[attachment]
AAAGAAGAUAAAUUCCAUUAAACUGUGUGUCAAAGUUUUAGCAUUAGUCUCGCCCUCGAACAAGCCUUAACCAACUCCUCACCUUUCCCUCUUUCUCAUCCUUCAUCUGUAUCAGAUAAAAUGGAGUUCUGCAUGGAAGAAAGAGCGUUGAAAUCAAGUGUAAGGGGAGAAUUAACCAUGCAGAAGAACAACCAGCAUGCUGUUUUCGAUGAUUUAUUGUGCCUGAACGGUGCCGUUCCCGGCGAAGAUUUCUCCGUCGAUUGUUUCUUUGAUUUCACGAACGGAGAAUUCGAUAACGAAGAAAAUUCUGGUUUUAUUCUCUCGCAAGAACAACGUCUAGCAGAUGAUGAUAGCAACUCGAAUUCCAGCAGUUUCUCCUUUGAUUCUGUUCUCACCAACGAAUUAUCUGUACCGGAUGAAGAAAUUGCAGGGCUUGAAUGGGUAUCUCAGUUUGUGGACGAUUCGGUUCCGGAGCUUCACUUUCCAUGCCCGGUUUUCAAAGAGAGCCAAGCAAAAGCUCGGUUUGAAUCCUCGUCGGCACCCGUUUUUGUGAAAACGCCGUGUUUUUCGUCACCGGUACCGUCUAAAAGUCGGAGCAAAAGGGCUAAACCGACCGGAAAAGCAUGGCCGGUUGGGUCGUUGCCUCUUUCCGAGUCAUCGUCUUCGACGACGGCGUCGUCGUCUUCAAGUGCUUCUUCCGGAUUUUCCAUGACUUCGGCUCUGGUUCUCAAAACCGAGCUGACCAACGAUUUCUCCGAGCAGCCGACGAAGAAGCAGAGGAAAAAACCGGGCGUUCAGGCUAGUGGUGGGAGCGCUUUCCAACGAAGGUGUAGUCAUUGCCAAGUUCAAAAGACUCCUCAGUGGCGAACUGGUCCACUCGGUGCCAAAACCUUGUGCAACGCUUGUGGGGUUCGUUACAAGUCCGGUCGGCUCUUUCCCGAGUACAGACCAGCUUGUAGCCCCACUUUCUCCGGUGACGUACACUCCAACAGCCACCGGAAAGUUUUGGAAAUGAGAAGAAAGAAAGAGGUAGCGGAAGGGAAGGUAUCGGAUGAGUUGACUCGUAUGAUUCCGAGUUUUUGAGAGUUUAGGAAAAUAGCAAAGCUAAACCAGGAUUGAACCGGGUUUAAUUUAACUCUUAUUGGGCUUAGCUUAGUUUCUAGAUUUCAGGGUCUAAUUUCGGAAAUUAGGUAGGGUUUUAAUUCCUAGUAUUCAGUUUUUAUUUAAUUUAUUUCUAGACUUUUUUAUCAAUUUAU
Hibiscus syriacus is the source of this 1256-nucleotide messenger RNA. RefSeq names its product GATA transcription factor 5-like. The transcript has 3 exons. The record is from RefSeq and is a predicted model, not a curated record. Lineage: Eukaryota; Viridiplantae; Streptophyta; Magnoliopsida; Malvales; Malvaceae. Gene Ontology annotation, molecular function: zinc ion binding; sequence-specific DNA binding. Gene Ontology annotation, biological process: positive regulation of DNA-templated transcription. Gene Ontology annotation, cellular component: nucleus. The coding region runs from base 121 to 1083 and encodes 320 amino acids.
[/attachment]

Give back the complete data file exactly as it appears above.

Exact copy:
AAAGAAGAUAAAUUCCAUUAAACUGUGUGUCAAAGUUUUAGCAUUAGUCUCGCCCUCGAACAAGCCUUAACCAACUCCUCACCUUUCCCUCUUUCUCAUCCUUCAUCUGUAUCAGAUAAAAUGGAGUUCUGCAUGGAAGAAAGAGCGUUGAAAUCAAGUGUAAGGGGAGAAUUAACCAUGCAGAAGAACAACCAGCAUGCUGUUUUCGAUGAUUUAUUGUGCCUGAACGGUGCCGUUCCCGGCGAAGAUUUCUCCGUCGAUUGUUUCUUUGAUUUCACGAACGGAGAAUUCGAUAACGAAGAAAAUUCUGGUUUUAUUCUCUCGCAAGAACAACGUCUAGCAGAUGAUGAUAGCAACUCGAAUUCCAGCAGUUUCUCCUUUGAUUCUGUUCUCACCAACGAAUUAUCUGUACCGGAUGAAGAAAUUGCAGGGCUUGAAUGGGUAUCUCAGUUUGUGGACGAUUCGGUUCCGGAGCUUCACUUUCCAUGCCCGGUUUUCAAAGAGAGCCAAGCAAAAGCUCGGUUUGAAUCCUCGUCGGCACCCGUUUUUGUGAAAACGCCGUGUUUUUCGUCACCGGUACCGUCUAAAAGUCGGAGCAAAAGGGCUAAACCGACCGGAAAAGCAUGGCCGGUUGGGUCGUUGCCUCUUUCCGAGUCAUCGUCUUCGACGACGGCGUCGUCGUCUUCAAGUGCUUCUUCCGGAUUUUCCAUGACUUCGGCUCUGGUUCUCAAAACCGAGCUGACCAACGAUUUCUCCGAGCAGCCGACGAAGAAGCAGAGGAAAAAACCGGGCGUUCAGGCUAGUGGUGGGAGCGCUUUCCAACGAAGGUGUAGUCAUUGCCAAGUUCAAAAGACUCCUCAGUGGCGAACUGGUCCACUCGGUGCCAAAACCUUGUGCAACGCUUGUGGGGUUCGUUACAAGUCCGGUCGGCUCUUUCCCGAGUACAGACCAGCUUGUAGCCCCACUUUCUCCGGUGACGUACACUCCAACAGCCACCGGAAAGUUUUGGAAAUGAGAAGAAAGAAAGAGGUAGCGGAAGGGAAGGUAUCGGAUGAGUUGACUCGUAUGAUUCCGAGUUUUUGAGAGUUUAGGAAAAUAGCAAAGCUAAACCAGGAUUGAACCGGGUUUAAUUUAACUCUUAUUGGGCUUAGCUUAGUUUCUAGAUUUCAGGGUCUAAUUUCGGAAAUUAGGUAGGGUUUUAAUUCCUAGUAUUCAGUUUUUAUUUAAUUUAUUUCUAGACUUUUUUAUCAAUUUAU
Hibiscus syriacus is the source of this 1256-nucleotide messenger RNA. RefSeq names its product GATA transcription factor 5-like. The transcript has 3 exons. The record is from RefSeq and is a predicted model, not a curated record. Lineage: Eukaryota; Viridiplantae; Streptophyta; Magnoliopsida; Malvales; Malvaceae. Gene Ontology annotation, molecular function: zinc ion binding; sequence-specific DNA binding. Gene Ontology annotation, biological process: positive regulation of DNA-templated transcription. Gene Ontology annotation, cellular component: nucleus. The coding region runs from base 121 to 1083 and encodes 320 amino acids.